As can be seen in FIG. 2, each branch line 32a contacts a different row of electrodes 26, while each branch line 36a contacts a different row of electrodes 34. Corresponding ends of branch lines 32a are connected in common to a source 38 of conditioning current, and corresponding ends of branch lines 36a are connected in common to ground. Consequently, when the voltage of source 38 is applied across metal wirings 32,36, conditioning current flows between the metal wirings through all of the chalcogenide memory elements 28 of the SRAM matrix array in parallel to simultaneously condition the memory elements of the entire array to optimum programmability. It will be noted, that the conditioning current path through each memory cell, while including active region 14 as a node between memory element 28 and the access device, otherwise bypasses the memory cell access device. In the illustrated example of a MOS transistor access device, the conditioning current is shunted from the inversion channel region between beneath gate 26 and extending between active regions 14 and 16, which conducts memory element read/write currents during SRAM operation. Thus, the MOS transistors and particularly their channel regions are not subjected to the potentially damaging conditioning currents, which are necessarily of higher magnitudes than the read/write (programming) currents seen in practice.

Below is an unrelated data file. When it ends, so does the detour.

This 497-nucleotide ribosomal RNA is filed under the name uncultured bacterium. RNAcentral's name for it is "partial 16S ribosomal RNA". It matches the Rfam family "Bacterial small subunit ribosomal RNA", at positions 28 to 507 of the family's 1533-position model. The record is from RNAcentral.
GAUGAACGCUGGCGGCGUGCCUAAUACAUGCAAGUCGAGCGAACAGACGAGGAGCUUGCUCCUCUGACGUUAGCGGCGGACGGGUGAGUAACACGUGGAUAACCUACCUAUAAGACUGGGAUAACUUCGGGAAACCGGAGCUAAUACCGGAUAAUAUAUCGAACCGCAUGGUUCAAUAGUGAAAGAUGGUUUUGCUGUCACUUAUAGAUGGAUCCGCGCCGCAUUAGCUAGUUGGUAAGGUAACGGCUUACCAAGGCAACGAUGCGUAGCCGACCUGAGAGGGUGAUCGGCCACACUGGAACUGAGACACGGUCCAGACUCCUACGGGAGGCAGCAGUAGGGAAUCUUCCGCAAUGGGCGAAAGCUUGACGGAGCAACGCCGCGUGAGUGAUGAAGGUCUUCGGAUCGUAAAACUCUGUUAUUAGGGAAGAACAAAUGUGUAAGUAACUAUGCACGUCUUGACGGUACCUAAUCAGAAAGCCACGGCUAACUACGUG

Once the chalcogenide memory elements 28 have been conditioned, metal wirings 32 and 36 are removed. However, it may be possible to utilize at least the branch lines 32a in the memory cell access circuitry of the final SRAM product, in which case, only wiring 36 and the branch connecting portions of wiring 32 need be removed. Rather than completely remove wiring 36, it may be appropriately interrupted to prevent current flow into the wiring 36 from the memory elements 28 during SRAM operation. Alternatively, wiring may be notched by a selective etching process to eliminate (open) its electrical contacts with electrodes 34.
FIGS. 3a-3j illustrate exemplary steps in a SRAM fabrication process that relate to the formation of the chalcogenide memory elements 28, electrodes 30, 34, metal wirings 32 and 36. For the sake of simplicity the process steps are illustrated in the figures with respect to one memory cell only. Thus, as seen in FIG. 3a, an oxide layer 40 is deposited on the substrate 12 to overlie the surfaces of active regions 14 previously diffused into the substrate surface 13. The deposition of this oxide layer is to a thickness equal to the desired length (height) of the chalcogenide memory elements 28.